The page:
Mum meets the stem cell donor who saved her four-year-old son’s life – Nottinghamshire Live

Posted: February 26, 2020 at 4:42 pm

A mum has shared the emotional experience of meeting the stranger who saved her son's life.

Alfie Commons, now aged four, was just seven months old when he was diagnosed with leukaemia in 2016.

After three rounds of chemotherapy failed, Alfie received a life-saving bone marrow donation from a school teacher in Germany, who recently made the trip to the UK to meet him.

Alfie's mum, Lorna Commons, 40, of Toton has spoken about the experience in the hope it will encourage more people to sign up to become potential donors.

Looking back to the day of diagnosis, she said Alfie had been to his GP for a third time in February 2016 after suffering a cold since Christmas.

She said: "The GP told us to go to A&E for further tests as he was a little concerned.

"We got to Queen's Medical Centre in the morning and by early evening, we had the diagnosis; Alfie had infant acute lymphoblastic leukaemia (ALL)."

Ms Commons, who works in HR, added: "Even now, four years down the line, I still feel the emotions of that day. Nothing can prepare you."

The plan was to treat Alfie with chemotherapy, but after the first round failed, Ms Commons was told his only chance of survival was to get a bone marrow transplant.

The family was told Alfie was unlikely to leave hospital for the next six months.

She added: "Worse was to follow, his second course also failed and on the same day, we were told that Alfies nine-year-old brother, Billy, wasnt a bloodstemcellmatch for him either.

"The fear of losing Alfie was overwhelming, I felt helpless but I had to carry on for Alfies sake.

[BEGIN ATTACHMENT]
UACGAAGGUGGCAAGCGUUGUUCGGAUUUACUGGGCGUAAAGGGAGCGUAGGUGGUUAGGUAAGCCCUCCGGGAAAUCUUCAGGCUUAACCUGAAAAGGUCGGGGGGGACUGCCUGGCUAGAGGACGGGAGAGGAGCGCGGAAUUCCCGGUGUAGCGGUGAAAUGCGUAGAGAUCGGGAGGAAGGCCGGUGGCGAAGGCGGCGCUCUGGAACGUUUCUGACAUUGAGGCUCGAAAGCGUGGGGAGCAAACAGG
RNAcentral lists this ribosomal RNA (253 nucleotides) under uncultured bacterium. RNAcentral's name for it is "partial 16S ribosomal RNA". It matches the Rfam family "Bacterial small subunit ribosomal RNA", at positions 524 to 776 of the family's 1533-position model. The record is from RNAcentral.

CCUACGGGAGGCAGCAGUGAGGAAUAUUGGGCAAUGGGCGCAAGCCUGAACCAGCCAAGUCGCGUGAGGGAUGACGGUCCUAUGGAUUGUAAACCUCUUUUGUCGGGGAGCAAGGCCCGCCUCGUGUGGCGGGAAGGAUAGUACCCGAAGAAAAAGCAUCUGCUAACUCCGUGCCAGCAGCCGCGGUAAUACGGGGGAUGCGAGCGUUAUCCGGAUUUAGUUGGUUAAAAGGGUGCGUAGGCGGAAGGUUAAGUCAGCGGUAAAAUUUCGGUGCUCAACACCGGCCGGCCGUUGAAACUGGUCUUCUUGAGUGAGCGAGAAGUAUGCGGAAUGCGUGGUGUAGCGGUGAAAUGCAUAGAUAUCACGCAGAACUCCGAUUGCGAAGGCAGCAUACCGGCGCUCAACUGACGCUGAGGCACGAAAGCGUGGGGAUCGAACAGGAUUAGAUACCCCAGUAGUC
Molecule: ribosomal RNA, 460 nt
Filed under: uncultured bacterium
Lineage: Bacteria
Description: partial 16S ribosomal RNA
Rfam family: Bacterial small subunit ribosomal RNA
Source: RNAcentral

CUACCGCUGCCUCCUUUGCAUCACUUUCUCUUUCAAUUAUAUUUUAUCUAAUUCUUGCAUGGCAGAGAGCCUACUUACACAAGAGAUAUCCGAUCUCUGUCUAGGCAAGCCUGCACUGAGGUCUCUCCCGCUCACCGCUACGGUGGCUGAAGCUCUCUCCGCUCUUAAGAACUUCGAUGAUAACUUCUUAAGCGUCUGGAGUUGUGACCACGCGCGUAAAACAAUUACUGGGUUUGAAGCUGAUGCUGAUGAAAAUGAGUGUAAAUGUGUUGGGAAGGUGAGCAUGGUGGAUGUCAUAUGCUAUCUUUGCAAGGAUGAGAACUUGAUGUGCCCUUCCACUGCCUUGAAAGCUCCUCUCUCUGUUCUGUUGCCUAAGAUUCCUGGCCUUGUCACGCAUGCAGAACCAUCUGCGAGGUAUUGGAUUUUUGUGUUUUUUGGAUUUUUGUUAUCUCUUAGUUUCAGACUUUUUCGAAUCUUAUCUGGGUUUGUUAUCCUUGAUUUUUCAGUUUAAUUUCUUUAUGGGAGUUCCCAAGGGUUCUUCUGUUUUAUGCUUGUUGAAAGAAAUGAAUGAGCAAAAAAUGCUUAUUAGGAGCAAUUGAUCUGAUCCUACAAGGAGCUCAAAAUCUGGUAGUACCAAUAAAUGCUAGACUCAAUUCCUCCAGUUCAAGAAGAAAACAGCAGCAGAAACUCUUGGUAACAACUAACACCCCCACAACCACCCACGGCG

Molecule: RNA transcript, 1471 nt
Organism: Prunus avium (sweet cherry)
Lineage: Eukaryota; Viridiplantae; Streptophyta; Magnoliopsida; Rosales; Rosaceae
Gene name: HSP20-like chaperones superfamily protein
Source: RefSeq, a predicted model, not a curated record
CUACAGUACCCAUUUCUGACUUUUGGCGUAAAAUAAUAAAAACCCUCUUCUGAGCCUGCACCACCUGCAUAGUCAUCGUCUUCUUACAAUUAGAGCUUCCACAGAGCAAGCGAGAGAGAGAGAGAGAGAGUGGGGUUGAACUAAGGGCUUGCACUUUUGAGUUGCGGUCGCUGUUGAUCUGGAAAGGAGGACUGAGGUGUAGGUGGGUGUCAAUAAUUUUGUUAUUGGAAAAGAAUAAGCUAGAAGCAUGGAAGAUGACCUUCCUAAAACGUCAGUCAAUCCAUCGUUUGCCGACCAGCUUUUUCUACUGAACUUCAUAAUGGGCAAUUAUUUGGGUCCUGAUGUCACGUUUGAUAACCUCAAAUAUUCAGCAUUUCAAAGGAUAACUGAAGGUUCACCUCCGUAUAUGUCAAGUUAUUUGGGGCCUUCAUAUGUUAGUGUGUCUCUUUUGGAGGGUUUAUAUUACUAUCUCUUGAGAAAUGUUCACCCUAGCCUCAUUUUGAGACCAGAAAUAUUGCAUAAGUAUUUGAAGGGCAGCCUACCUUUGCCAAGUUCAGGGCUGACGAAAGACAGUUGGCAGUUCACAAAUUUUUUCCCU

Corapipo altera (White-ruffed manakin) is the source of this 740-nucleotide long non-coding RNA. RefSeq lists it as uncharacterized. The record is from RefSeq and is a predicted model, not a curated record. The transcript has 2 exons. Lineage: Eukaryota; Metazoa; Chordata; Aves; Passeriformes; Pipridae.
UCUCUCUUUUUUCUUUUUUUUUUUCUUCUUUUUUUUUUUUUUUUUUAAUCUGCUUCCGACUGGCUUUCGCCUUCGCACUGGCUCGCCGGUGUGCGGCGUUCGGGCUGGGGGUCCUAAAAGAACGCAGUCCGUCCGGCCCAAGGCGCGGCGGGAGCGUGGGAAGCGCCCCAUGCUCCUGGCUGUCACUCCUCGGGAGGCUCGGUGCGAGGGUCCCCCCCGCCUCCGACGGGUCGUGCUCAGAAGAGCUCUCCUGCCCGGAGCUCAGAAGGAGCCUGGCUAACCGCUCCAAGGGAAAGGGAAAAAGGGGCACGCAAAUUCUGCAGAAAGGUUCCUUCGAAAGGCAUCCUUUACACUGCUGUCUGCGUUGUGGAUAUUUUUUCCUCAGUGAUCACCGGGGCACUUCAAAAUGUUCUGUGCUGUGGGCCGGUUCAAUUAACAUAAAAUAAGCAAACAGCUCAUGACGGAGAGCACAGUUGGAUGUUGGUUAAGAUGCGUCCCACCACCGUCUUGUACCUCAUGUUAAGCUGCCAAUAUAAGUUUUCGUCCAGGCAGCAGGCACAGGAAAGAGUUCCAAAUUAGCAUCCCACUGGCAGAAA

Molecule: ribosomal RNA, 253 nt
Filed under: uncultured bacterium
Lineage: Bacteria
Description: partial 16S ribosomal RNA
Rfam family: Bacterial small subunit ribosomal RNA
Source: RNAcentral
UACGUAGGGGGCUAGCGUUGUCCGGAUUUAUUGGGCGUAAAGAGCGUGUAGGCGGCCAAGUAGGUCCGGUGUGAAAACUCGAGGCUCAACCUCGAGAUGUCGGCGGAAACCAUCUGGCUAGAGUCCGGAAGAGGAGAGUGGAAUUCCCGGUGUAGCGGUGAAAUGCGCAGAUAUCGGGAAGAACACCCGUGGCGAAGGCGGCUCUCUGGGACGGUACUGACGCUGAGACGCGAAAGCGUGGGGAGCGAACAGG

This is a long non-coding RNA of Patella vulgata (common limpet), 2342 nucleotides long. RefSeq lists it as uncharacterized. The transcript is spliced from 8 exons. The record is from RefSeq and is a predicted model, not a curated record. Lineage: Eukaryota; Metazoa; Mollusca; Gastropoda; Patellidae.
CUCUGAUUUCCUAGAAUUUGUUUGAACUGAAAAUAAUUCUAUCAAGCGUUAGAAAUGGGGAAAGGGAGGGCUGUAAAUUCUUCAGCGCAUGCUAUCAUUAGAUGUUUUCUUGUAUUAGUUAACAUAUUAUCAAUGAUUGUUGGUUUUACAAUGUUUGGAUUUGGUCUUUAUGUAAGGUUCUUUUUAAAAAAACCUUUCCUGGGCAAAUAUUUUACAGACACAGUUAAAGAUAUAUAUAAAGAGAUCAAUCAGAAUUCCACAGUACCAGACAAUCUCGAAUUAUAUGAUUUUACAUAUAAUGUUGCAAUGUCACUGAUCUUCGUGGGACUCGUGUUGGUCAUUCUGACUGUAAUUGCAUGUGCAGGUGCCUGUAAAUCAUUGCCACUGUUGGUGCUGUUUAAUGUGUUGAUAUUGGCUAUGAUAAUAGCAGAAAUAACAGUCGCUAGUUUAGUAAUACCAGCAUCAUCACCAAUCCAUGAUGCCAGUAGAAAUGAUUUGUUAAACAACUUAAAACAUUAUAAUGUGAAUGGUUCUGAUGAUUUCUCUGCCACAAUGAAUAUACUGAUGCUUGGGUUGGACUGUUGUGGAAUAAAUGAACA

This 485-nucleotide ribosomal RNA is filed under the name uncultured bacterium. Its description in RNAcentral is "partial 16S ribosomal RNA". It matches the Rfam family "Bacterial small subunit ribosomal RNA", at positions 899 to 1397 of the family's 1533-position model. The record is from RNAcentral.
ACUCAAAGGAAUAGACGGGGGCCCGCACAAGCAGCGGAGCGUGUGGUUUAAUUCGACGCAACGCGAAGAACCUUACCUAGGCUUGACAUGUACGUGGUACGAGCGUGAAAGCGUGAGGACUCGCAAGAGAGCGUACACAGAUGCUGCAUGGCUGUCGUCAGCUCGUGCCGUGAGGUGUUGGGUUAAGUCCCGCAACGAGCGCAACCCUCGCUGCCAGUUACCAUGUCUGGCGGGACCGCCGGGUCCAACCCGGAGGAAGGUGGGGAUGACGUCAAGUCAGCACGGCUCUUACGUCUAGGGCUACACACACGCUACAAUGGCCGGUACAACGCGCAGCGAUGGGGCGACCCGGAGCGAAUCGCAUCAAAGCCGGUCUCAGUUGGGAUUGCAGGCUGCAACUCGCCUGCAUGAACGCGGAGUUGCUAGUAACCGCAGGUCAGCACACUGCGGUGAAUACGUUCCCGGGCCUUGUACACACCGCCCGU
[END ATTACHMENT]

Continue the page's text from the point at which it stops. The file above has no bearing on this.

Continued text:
The transplant could not go ahead without the cancer being near enough eradicated and even when the good news came that a donor had been located, Alfie still had a mountain to climb.

After a third failed round of chemotherapy, Alfie was put on a trial immunotherapy drug as a '"last ditch attempt". Against all the odds, it worked.

"I think at that point all the doctors and nurses were preparing us for the worst. Your head has to go there," Ms Commons said.

"But then the cancer went, and it was enough to give us the bridge to getting the transplant done."

While the transplant was a success, Alfie suffered for months with Graft versus Host Disease (GvHD) on his skin and in his gut, which is the body's reaction to the new stem cells.

However, doctor's were encouraged the body was gradually accepting the cells and beginning to produce cells of their own.

On February 19, Alfie and his mum were able to meet the woman who saved his life after she made the 600-mile trip.

Christin Bouvier, 34, from Schwerin in Germany, was matched with Alfie after she registered in 2010 with DKMS, a charity dedicated to the fight against blood cancer.

The school teacher had been on the bloodstemcellregister for a number of years before she was contacted and tested as a match for Alfie.

Ms Bouvier said: When they told me that the recipient was a baby I just cried.

"Its a moment that is always with me and whenever I feel a bit down, I think back to it as it always brings me so much happiness!"

Ms Commons said she had been able to contact Ms Bouvier anonymously, as per UK law, but they were permitted to meet two years after the transplant.

Ms Bouvier added: It was always a dream to meet Lorna and Alfie and I never thought it would happen I was so delighted when Lorna invited me. I was very nervous but also very excited to meet them both in person.

"I knew the meeting would be one of those very special moments in my life."

Ms Commons feels the meeting has meant a new chapter has begun in both hers and Alfie's life and she is now focussed on the positives.

She added: "For something so small, there really is no greater gift than being a donor - I get to see my child grow up. To meet Christin, I was able to say 'this is what you've done'.

"We will be in each other's lives forever now - Alfie has her DNA in his blood. But Christin and I also share a special bond, we're just so similar and some people say we even look like sisters.

Alfie is such a special little boy and I truly believe that this story can make a real difference and save more lives.

"There is a match out there for everyone with blood cancer, people just need to come forward and register."

Anyone aged between 17-55 and in general good health can go on standby as a potential lifesaver.

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Mum meets the stem cell donor who saved her four-year-old son's life - Nottinghamshire Live

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